Council to consider extra help for residents on the cost of living crisis

Receipt, marked "cost of living"

Worcester City Council is set to consider taking extra steps to help local residents cope with the cost of living crisis.

Rising energy prices and food bills are affecting everyone, but it is vulnerable low-income families which are being hit hardest by the situation.

In July this year, the Council declared a cost of living crisis and is now working with other organisations to provide greater support for those in most need.

Among the measures being considered is funding for Worcester Citizen's Advice Bureau (CAB) to enable it to help more people.

A report to next month's Policy and Resources Committee recommends that councillors back a move to give £20,000 to the CAB. The cash would allow the service to employ an extra supervisor, which in turn means that ten additional volunteers can be recruited and trained to provide more debt assessments – as well as enabling the CAB to open for an extra morning of drop-in sessions each week.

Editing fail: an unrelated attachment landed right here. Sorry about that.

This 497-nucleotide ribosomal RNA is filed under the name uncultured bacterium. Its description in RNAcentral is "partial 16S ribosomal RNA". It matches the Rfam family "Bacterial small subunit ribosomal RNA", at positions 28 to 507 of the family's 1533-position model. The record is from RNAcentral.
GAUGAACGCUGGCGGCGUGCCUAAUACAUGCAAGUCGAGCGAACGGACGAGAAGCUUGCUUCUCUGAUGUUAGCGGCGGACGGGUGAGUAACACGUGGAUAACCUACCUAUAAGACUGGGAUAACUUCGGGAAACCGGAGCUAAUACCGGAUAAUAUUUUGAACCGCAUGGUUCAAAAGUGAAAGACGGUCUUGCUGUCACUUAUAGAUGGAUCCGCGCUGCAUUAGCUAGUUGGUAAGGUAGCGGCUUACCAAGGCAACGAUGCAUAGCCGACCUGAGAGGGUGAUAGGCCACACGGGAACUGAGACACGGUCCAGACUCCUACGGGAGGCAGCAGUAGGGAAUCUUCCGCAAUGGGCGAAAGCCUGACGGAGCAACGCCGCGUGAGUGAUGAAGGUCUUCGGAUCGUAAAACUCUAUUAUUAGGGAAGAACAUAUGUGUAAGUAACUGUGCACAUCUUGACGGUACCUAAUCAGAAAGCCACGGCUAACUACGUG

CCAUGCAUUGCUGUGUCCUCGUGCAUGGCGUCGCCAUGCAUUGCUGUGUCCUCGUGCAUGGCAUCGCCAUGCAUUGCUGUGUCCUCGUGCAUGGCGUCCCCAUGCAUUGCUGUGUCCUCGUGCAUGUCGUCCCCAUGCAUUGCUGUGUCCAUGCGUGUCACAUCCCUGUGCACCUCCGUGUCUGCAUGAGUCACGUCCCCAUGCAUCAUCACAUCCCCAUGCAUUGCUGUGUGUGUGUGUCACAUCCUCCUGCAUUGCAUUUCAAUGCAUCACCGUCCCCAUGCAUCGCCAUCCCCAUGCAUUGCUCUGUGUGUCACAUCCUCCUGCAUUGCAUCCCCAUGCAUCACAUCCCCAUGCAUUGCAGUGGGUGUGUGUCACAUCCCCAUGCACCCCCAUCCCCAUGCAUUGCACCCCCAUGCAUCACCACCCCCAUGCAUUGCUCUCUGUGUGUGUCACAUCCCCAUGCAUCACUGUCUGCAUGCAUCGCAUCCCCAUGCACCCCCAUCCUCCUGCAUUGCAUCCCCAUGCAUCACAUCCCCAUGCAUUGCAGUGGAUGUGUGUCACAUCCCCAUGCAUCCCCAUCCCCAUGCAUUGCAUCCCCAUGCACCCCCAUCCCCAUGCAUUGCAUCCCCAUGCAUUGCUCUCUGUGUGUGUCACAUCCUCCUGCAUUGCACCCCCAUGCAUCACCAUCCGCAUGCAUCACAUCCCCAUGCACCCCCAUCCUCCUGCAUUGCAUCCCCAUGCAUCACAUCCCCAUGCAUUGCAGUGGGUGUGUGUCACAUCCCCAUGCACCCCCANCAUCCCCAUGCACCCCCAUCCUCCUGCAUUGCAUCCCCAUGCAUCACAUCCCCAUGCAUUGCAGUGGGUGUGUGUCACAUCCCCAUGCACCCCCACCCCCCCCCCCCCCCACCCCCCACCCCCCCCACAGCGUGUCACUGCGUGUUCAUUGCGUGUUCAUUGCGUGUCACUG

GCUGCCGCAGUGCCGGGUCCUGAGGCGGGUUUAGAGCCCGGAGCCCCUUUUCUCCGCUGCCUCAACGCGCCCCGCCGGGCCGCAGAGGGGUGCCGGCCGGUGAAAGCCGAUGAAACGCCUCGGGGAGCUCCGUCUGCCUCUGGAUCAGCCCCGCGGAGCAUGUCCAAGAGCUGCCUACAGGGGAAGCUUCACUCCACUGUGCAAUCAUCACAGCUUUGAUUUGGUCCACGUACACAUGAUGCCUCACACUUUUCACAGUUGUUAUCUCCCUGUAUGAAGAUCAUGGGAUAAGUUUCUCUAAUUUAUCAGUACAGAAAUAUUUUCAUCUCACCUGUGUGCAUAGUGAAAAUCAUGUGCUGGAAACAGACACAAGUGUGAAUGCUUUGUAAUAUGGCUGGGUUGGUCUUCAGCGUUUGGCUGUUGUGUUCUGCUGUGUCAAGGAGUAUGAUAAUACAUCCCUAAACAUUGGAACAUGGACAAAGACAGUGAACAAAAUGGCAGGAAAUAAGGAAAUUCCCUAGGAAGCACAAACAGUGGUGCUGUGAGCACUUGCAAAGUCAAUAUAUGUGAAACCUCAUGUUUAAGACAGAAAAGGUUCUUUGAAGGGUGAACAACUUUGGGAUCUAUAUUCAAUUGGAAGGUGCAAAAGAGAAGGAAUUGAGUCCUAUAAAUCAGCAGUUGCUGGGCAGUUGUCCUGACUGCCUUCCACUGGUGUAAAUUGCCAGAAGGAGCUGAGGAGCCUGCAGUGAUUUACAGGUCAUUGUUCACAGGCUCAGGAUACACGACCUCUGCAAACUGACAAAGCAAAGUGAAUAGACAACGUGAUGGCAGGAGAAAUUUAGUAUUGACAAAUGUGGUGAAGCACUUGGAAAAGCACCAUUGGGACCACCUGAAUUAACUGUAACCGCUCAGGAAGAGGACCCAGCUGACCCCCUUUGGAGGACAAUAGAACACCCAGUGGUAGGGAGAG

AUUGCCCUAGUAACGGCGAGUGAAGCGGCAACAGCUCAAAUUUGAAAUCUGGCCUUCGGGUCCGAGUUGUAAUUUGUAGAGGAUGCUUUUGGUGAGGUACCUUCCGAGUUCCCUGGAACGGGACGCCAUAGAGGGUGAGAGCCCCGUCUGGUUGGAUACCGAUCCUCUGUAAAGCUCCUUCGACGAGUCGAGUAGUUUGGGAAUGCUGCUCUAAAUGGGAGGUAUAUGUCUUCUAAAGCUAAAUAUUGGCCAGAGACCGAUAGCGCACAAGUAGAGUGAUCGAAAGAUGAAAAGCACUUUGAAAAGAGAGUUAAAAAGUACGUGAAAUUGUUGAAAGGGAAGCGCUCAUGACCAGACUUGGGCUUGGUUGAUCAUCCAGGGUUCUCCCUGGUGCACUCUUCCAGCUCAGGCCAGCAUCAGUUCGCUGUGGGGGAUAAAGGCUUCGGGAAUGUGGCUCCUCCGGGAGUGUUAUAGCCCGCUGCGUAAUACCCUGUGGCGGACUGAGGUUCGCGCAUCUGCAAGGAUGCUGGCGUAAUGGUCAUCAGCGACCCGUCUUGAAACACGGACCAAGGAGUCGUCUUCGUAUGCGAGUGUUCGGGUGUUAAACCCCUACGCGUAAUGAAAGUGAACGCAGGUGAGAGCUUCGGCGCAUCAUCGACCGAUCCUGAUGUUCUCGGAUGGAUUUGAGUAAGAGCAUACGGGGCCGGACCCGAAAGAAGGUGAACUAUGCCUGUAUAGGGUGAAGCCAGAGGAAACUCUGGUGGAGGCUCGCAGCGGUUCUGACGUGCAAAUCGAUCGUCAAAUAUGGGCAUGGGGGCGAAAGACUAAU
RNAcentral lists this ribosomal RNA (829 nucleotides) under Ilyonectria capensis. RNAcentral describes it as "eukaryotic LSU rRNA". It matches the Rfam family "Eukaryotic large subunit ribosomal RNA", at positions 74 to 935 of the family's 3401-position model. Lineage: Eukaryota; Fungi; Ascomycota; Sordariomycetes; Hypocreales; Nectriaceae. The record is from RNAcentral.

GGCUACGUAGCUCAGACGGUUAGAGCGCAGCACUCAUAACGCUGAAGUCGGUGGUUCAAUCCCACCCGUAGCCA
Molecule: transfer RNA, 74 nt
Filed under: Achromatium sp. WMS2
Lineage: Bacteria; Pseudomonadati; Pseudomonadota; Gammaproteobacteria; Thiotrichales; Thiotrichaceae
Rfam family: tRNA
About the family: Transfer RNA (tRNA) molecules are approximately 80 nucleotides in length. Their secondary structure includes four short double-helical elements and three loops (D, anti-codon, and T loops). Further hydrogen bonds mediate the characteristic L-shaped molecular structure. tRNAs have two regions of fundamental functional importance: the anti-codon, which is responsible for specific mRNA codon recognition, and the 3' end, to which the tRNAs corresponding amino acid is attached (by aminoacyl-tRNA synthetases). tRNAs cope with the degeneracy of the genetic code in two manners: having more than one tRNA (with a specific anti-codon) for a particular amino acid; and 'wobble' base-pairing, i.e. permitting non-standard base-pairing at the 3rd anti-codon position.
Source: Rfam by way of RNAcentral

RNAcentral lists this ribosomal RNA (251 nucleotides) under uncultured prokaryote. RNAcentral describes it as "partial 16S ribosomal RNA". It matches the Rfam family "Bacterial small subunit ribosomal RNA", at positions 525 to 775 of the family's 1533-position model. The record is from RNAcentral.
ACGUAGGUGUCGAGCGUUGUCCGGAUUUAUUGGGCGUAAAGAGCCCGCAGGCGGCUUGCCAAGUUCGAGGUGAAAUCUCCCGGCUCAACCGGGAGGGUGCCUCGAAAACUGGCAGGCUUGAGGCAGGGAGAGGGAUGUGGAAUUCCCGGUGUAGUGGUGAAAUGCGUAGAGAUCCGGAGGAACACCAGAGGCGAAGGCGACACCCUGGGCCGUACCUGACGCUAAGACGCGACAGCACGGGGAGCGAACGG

Other moves the committee will be asked to back are to extend the period of time that eligible households can claim the four weeks of school meals vouchers to which they were entitled between July and September this year, as some families did not claim them. There is around £50,000 of the allocation still to be given out and it is proposed that the scheme be extended until the end of September, with eligible households being encouraged to claim back the costs that they may have faced over the summer holidays.

Councillors will also be asked to agree that funding be put in place to provide more school meals during school holidays up to March 2023, if no other provision is in place.

Councillor Lynn Denham, Vice Chair of the Policy and Resources Committee, said: "These are difficult times for so many people and these important proposals will make a significant difference to households in the greatest need. I hope the committee will back these measures." 

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